SHS statement against the government’s plans for students

The student movement is protesting because of the obvious negative consequences of the current government’s plans for students. Several of the current government parties made promises in the spring that have now been broken. The government’s current plans do not protect students’ finances and make the situation for international students in Finland significantly worse. SHS stands behind its members and all students affected by this. The Student Union cannot accept these proposals that inevitably will make student life in Finland more difficult.

The current government proposes, among other things, to freeze the index for student financial aid. This means that the aid would not be adjusted for inflation and would therefore decrease in the upcoming years. In addition to freezing the index of student financial aid, the government also plans to significantly reduce the housing allowance. The National Union of University Students in Finland (SYL) has calculated that a student living alone in Helsinki can expect 70 euros less in housing allowance in the coming years. At the same time as the government wants to cut support, they want to increase the maximum amount of the student loan. If you take out your entire student loan over three years, it will be about 6,000 euros more than before.

The solution, according to the government, is to support work alongside studies and for the state to guarantee more student loans. SHS has for a long time advocated and continues to support the already increased income limit for students. In 2023, the income limit was increased by 50 percent compared to 2021. Many business students benefit from work experience in addition to their academic studies as it gives them valuable experience for their future career. However, the forthcoming plan proposed by the government does not make everyday life easier for students in any way. Students should not have to work hard and take on additional debt to be able to study in Finland. Cutbacks and increased student loans pave the way for an uncertain everyday life and future. It takes a toll on mental and financial health. SHS cannot agree to this.

In addition to cutting students’ income, the government also wants to cut investment support for special groups, which include students. The task of student housing foundations is to build new affordable student housing. They cannot do this without adequate investment support. Students need student housing. You cannot cut both ways and leave students with less in their pockets and even less opportunity to get affordable housing.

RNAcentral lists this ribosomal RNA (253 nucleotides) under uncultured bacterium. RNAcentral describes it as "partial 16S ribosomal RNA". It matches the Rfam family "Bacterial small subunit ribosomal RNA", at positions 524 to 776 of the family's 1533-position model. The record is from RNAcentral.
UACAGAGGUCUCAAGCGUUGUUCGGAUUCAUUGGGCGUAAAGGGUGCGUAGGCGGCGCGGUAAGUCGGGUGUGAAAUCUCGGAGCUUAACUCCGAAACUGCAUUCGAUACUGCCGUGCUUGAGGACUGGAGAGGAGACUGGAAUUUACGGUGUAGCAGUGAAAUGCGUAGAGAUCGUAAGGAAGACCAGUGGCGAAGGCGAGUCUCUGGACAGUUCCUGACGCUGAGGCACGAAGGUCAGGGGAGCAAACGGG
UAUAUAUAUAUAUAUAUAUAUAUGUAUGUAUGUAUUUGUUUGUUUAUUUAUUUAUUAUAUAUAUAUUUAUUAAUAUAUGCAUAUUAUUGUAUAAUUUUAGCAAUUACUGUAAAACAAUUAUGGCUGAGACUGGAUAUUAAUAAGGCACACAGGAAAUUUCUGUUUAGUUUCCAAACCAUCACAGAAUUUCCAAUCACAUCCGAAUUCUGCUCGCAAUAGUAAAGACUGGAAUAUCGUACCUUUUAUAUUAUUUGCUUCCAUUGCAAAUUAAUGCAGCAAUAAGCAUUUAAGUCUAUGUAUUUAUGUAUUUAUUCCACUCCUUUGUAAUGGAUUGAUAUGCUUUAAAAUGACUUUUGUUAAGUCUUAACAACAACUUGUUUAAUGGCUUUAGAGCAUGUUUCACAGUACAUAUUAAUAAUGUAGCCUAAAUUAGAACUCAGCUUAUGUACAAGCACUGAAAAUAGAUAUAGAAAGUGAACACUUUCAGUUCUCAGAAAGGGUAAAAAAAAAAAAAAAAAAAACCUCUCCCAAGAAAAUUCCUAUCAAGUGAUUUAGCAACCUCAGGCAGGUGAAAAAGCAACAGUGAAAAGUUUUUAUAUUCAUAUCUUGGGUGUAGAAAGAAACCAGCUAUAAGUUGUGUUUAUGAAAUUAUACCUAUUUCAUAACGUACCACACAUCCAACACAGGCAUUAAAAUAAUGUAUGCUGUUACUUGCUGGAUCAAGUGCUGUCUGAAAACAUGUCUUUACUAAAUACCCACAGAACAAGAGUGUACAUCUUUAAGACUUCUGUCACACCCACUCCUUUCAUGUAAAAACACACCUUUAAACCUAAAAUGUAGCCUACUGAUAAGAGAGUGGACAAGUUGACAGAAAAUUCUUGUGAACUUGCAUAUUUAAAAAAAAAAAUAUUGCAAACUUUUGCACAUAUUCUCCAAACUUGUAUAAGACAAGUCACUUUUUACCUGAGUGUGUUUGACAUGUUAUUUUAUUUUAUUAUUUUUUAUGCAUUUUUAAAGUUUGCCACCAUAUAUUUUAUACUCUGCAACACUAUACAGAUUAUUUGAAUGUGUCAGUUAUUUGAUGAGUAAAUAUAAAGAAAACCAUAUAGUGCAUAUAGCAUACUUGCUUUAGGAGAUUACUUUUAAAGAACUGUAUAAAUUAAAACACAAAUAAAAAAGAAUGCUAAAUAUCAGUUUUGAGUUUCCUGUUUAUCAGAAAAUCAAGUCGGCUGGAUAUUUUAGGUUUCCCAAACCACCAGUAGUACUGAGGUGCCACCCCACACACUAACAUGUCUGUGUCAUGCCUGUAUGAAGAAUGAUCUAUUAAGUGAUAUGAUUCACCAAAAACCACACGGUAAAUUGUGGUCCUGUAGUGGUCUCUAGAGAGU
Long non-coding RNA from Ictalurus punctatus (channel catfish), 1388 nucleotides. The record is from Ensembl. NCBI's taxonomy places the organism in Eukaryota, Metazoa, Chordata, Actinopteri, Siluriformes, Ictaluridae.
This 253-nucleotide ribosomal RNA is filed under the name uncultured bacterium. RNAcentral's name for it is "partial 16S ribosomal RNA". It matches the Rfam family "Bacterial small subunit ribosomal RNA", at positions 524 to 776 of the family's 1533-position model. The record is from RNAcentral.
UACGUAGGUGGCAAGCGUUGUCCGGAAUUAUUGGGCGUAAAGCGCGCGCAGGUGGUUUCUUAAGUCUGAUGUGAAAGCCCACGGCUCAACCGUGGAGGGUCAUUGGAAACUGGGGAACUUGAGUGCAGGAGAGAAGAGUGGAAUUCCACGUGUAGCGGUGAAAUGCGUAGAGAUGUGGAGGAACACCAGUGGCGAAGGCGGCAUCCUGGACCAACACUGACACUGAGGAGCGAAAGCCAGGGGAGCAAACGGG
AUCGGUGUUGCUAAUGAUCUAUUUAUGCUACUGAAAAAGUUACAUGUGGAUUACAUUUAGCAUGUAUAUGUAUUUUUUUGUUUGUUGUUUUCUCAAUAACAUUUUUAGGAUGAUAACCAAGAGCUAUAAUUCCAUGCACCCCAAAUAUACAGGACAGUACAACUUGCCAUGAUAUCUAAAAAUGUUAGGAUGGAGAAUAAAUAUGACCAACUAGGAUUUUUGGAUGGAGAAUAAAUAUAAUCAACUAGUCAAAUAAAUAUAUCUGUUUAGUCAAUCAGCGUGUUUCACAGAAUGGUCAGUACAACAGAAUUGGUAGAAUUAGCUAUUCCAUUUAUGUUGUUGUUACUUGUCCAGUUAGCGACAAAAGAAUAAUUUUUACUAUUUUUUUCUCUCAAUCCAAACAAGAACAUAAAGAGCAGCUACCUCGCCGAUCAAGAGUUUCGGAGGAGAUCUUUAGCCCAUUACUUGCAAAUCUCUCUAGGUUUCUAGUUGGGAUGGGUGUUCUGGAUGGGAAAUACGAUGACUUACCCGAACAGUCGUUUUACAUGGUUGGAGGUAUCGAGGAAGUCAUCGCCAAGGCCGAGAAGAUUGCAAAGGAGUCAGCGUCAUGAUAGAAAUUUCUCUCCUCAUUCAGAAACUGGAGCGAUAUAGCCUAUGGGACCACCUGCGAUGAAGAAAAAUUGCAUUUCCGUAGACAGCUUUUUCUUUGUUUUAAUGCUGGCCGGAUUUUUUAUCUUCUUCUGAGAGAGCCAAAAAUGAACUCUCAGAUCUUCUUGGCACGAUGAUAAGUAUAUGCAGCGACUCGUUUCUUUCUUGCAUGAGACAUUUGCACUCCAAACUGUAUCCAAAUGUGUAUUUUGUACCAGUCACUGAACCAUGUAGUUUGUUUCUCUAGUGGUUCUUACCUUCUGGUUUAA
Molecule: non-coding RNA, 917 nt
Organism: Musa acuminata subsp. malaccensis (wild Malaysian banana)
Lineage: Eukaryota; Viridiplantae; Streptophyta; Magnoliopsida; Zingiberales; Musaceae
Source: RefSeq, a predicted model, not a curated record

During the previous government term, the Ministry of Education and Culture set a target of tripling the number of foreign bachelor’s and master’s degree students by 2030, and for 75% of them to find work and stay in Finland. According to the proposed government plan, international students, coming from non-EU countries and studying in English will have to pay at least 1500 euros per year for studying at the universities and UAS’s if they started their education after August 2017. These measures will increase the number of students dropping out of universities, as many of them still apply to universities that offer 100% scholarships, and rely on them in their education plans.

Proposed measures of increasing the period of residence for achieving permanent residence permit and citizenship will make Finland significantly less attractive for internationals to choose Finland for getting their education. The law on residence permits, introduced in 2022, giving more freedom for international students in achieving residence permits has boosted the number of incoming student applications by 62 percent, according to the Finnish Immigration Service. These achievements will be eliminated by the proposed measures and will crucially impact the needs of Finland in attracting international specialists.

SHS welcome an international university environment and value the skills and expertise that international students bring to the Finnish labour market. The government’s proposal does not promote the desire to come to Finland to study nor to stay in the country. Reasons why international students leave Finland after graduation include difficulties in finding work, poor career prospects and difficulties in integrating into Finnish society. The potential new measures to limit the time between jobs to three months will only increase the number of international students leaving Finland, as a significant proportion of international students indicate that they have experience of looking for jobs longer than three months, especially for their first job after graduation.

The Student Union is politically neutral, but can still take a stand on political issues and support independently selected themes in order to promote the interests of the Student Union and the best interests of the Hanken students. Since the government’s plans lead to a more difficult student life for a large amount of our members, SHS is against what the government proposes. The support system should give everyone the same opportunity to afford to study and should therefore be reviewed regularly. Student financial aid should be increased in line with changes in costs, cuts should not be made to housing allowance and income limits should be sufficiently high so that dedicated working students do not lose financial aid. SHS welcomes internationalisation and does not want to approve measures that make it more difficult for international students to study and stay in Finland.

Text: Emilia Öfverström, board member and responsible for Academic Affairs

With the help of: Tatiana Terenteva and Emma Lindvall, members of the Advocacy Committee. 

SHS Board 2023

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